The Pros And Cons Of BYOD
More employers and employees are looking into using their own personal devices for work instead of a company computer. Writer Brian Proffitt looks at the benefits and challenges for both groups.
Kecia Lynn has worked as a technical writer, editor, software developer, arts administrator, summer camp director, and television host. A graduate of Case Western Reserve University and the Iowa Writers' Workshop, she is currently living in Iowa City and working on her first novel.
What's the Latest Development?
As employers and employees look into the growing Bring Your Own Device (BYOD) trend, writer Brian Proffitt looks at the pluses and minuses of reducing or eliminating a corporate hardware standard. For the company, purchasing savings is only one part of the picture; it must also consider the kinds of software allowed for handling data, as well as methods to ensure divisions between work and personal information. On this note, workers who like having the flexibility of using their own devices on the job may not want their bosses seeing everything on them. How might company privacy and confidentiality policies apply to these machines? Proffitt gives one clue: "It is not uncommon, for example, to implement software that not only allows for remote monitoring but also for remote data wiping."
What's the Big Idea?
A poll of ReadWrite readers conducted earlier this year suggests that the BYOD trend isn't all that new: 41 percent of those surveyed whose company had policies said they was established over two years ago. However, at 44 percent of the companies with policies, fewer than a quarter of employees participate. While it's not entirely clear how big the trend is or how fast it's spreading, a recent study by Gartner predicts that half of employers could make BYOD mandatory by as early as 2017.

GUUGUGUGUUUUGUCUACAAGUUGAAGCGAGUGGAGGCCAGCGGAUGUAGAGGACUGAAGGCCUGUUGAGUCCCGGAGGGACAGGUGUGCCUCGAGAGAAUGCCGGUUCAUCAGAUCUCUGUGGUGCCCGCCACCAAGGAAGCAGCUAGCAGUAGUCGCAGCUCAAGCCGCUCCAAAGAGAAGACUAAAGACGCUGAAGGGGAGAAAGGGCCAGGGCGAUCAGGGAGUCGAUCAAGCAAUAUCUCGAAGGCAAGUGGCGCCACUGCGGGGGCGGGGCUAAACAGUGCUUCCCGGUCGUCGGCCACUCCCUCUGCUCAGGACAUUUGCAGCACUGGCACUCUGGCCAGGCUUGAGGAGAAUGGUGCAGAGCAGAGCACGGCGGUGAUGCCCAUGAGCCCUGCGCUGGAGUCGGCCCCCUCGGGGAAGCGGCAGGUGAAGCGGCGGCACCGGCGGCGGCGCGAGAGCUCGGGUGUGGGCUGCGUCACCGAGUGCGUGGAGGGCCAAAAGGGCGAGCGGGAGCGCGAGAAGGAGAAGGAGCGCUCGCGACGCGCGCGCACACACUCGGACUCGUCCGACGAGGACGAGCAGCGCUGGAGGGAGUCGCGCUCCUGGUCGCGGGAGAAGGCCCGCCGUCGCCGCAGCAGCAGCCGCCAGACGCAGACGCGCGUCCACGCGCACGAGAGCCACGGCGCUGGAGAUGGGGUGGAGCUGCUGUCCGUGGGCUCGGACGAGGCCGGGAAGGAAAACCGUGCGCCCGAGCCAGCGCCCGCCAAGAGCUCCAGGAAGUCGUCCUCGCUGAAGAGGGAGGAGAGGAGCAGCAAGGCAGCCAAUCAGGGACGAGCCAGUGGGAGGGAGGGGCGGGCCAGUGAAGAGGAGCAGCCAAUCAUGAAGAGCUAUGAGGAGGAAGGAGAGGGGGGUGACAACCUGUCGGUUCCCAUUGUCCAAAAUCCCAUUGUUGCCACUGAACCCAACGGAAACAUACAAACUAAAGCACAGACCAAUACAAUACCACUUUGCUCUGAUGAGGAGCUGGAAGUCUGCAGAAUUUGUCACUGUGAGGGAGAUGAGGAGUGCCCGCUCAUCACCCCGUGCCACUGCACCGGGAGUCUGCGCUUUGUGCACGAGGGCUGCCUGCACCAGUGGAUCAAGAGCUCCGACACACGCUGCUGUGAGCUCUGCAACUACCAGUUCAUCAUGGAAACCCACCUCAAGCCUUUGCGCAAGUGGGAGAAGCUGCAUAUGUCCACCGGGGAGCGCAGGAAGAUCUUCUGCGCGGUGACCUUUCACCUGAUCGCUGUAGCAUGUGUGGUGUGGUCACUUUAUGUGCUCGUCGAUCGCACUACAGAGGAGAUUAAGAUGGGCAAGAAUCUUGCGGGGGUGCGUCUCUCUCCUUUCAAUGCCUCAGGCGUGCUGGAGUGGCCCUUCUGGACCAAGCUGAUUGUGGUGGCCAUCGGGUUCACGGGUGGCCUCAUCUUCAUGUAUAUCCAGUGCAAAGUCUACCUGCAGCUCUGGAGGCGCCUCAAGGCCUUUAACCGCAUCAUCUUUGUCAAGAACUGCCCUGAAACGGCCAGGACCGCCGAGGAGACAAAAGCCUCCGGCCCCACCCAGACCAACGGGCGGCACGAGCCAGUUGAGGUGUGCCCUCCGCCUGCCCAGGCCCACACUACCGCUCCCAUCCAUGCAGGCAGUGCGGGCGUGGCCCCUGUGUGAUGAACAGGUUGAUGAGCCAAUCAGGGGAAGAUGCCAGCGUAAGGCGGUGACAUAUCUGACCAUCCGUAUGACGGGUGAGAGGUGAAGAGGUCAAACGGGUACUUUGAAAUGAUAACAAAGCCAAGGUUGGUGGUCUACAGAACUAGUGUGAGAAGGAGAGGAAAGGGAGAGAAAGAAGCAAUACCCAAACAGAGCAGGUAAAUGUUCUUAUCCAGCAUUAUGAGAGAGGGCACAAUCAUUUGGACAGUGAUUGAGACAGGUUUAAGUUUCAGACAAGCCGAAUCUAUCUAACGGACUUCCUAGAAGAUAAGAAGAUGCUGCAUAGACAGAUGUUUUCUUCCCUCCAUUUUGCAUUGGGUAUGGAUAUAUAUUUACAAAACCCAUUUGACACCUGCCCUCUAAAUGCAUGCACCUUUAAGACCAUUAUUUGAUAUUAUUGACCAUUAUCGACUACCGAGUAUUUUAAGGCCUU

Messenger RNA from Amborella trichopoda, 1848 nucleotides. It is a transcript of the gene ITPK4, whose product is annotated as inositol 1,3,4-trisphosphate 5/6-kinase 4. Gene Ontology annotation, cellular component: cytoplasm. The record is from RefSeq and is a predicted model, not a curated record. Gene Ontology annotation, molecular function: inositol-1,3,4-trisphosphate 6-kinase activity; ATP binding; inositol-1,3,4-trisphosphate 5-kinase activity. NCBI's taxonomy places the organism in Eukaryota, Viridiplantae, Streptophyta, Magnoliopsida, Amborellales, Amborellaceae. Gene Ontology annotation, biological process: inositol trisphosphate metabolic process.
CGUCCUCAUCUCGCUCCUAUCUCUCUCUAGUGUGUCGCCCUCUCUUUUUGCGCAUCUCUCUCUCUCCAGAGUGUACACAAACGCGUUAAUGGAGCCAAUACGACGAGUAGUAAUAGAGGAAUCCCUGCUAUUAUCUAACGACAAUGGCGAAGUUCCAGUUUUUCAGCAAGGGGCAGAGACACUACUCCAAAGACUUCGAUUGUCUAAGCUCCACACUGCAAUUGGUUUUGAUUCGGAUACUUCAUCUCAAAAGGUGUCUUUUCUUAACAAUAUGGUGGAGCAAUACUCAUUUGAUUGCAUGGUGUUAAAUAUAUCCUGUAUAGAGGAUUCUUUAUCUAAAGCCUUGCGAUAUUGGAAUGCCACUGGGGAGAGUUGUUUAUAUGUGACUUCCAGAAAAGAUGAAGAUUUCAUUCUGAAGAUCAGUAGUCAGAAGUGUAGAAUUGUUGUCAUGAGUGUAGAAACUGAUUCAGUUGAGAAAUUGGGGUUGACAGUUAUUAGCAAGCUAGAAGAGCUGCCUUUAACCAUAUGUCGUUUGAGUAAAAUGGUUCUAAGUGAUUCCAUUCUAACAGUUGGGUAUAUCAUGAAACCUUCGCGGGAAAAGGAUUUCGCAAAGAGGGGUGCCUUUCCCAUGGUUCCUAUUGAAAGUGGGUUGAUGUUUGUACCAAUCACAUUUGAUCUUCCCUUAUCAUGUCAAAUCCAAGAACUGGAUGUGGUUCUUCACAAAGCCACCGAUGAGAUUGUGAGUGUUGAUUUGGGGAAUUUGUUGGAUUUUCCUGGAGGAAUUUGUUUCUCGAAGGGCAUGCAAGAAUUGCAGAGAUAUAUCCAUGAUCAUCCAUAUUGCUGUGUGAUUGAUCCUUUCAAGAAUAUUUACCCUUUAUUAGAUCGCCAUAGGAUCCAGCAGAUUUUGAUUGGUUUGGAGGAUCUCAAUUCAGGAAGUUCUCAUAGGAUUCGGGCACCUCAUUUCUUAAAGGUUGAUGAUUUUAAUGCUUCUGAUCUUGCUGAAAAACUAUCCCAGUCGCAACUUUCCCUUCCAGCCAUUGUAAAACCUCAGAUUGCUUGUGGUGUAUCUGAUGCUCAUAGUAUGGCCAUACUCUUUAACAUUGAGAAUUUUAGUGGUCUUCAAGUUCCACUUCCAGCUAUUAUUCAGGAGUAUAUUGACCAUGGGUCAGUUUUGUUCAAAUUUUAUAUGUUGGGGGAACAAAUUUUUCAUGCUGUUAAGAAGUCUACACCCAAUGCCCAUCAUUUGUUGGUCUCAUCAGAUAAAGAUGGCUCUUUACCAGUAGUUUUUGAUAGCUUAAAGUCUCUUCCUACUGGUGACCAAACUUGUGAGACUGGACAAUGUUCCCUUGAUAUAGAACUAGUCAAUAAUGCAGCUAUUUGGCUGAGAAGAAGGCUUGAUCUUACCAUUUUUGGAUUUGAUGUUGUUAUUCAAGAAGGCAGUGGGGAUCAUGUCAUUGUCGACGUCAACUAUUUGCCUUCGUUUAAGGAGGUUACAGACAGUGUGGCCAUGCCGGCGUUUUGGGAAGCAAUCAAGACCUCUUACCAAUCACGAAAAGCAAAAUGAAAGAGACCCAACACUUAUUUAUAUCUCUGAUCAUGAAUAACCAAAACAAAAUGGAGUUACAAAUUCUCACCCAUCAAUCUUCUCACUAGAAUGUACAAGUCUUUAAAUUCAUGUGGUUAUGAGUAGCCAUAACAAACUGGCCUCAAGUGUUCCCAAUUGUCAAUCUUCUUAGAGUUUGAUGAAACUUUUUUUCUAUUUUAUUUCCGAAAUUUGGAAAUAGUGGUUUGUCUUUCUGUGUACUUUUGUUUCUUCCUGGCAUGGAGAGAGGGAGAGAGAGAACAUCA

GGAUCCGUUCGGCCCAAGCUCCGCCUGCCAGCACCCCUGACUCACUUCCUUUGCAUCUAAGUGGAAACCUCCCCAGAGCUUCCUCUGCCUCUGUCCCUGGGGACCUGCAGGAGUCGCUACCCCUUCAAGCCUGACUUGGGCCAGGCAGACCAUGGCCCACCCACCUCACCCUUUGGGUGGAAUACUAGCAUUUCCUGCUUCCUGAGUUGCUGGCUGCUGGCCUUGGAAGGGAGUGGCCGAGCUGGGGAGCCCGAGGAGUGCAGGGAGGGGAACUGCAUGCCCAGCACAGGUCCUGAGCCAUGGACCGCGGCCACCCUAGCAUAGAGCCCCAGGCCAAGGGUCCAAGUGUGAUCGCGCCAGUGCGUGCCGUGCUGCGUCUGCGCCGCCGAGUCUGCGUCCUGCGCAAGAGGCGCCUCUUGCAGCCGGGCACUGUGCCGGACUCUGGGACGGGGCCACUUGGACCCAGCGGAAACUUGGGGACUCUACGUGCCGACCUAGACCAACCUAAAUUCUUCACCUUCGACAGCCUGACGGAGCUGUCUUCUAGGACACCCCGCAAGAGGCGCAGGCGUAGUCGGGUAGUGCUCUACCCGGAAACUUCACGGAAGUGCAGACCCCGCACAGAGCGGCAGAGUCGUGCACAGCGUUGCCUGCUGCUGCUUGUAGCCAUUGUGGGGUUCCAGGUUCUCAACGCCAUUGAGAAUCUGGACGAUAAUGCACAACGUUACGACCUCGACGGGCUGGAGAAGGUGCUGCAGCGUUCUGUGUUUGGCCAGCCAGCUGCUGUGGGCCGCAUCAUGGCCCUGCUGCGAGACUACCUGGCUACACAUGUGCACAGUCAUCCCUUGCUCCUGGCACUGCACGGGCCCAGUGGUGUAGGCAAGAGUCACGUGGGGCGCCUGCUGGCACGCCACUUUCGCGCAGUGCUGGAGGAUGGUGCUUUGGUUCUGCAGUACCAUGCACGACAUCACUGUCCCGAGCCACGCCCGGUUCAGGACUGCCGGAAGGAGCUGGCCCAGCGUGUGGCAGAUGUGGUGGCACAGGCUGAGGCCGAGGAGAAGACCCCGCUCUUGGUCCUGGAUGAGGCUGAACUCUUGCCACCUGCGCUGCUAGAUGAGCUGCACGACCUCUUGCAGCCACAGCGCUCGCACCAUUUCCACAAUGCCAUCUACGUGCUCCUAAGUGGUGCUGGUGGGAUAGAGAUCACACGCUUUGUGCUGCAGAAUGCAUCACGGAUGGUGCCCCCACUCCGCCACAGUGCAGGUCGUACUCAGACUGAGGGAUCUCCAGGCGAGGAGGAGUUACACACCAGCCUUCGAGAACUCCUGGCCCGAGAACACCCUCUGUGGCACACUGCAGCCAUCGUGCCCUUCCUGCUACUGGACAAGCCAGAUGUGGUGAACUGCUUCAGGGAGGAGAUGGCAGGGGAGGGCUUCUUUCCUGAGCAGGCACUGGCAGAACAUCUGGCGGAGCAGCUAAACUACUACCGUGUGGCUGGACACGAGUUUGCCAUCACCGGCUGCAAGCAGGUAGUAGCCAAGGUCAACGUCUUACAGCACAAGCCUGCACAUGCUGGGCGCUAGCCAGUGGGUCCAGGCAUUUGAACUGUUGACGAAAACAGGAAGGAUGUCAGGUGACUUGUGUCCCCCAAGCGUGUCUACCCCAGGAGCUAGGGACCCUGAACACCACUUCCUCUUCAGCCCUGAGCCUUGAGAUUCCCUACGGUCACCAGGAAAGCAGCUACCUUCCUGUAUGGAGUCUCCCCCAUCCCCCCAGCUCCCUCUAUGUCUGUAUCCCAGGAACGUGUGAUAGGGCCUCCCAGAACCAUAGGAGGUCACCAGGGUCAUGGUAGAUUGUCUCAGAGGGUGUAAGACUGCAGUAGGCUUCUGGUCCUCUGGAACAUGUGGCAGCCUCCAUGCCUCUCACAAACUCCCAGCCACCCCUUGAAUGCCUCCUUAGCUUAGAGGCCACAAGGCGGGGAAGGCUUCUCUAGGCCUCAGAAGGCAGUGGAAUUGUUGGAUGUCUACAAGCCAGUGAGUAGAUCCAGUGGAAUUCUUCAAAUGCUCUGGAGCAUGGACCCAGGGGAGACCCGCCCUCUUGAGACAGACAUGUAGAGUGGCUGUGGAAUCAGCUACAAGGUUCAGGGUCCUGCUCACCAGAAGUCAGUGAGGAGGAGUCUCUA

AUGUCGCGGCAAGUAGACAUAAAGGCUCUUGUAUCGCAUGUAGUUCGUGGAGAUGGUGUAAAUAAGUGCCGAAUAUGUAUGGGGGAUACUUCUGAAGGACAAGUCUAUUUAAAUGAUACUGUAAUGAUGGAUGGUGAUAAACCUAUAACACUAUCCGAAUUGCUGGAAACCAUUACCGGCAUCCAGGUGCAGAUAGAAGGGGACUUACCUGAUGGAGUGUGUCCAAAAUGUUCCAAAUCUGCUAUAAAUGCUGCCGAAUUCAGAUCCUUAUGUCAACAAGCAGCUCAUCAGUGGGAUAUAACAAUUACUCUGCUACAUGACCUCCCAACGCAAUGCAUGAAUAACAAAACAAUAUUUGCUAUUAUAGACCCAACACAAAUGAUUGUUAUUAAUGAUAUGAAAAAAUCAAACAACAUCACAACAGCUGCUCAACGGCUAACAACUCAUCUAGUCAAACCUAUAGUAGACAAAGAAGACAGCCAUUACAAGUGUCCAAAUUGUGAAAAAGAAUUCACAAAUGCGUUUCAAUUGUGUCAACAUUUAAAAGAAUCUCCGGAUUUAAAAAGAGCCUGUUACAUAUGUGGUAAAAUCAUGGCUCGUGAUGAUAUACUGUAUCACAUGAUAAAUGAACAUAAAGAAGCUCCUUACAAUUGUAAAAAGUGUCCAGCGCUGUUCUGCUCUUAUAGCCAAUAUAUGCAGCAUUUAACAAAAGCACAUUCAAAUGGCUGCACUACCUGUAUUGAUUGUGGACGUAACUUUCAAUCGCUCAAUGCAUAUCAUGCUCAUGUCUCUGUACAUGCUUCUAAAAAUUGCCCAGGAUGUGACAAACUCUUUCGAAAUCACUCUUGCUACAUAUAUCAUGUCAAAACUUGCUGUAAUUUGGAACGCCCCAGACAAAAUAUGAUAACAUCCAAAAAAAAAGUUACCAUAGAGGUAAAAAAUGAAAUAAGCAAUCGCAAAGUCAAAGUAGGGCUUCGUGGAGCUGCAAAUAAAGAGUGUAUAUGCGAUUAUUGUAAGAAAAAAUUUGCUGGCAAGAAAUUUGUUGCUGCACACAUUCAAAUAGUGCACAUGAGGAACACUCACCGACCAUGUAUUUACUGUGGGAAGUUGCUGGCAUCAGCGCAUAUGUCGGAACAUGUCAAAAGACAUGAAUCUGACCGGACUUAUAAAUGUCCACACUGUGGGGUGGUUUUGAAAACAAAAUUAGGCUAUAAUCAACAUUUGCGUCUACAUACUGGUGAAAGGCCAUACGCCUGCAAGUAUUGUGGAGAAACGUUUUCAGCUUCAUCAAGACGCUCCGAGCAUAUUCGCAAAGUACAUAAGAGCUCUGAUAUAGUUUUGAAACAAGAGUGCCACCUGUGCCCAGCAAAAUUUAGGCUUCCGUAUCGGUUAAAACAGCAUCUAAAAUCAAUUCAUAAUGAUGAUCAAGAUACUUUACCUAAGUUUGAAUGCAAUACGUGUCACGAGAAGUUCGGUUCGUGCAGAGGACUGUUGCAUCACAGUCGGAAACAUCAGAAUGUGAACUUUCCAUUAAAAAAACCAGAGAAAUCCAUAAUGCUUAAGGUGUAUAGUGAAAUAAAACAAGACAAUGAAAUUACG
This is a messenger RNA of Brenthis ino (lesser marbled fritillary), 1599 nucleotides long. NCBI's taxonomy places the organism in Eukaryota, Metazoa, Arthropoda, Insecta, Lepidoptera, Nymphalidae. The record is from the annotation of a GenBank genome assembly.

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Here's the science of black holes, from supermassive monsters to ones the size of ping-pong balls.
- There's more than one way to make a black hole, says NASA's Michelle Thaller. They're not always formed from dead stars. For example, there are teeny tiny black holes all around us, the result of high-energy cosmic rays slamming into our atmosphere with enough force to cram matter together so densely that no light can escape.
- CERN is trying to create artificial black holes right now, but don't worry, it's not dangerous. Scientists there are attempting to smash two particles together with such intensity that it creates a black hole that would live for just a millionth of a second.
- Thaller uses a brilliant analogy involving a rubber sheet, a marble, and an elephant to explain why different black holes have varying densities. Watch and learn!
- Bonus fact: If the Earth became a black hole, it would be crushed to the size of a ping-pong ball.
Protected animals are feared to be headed for the black market.
In a breakthrough for nuclear fusion research, scientists at China's Experimental Advanced Superconducting Tokamak (EAST) reactor have produced temperatures necessary for nuclear fusion on Earth.
- The EAST reactor was able to heat hydrogen to temperatures exceeding 100 million degrees Celsius.
- Nuclear fusion could someday provide the planet with a virtually limitless supply of clean energy.
- Still, scientists have many other obstacles to pass before fusion technology becomes a viable energy source.
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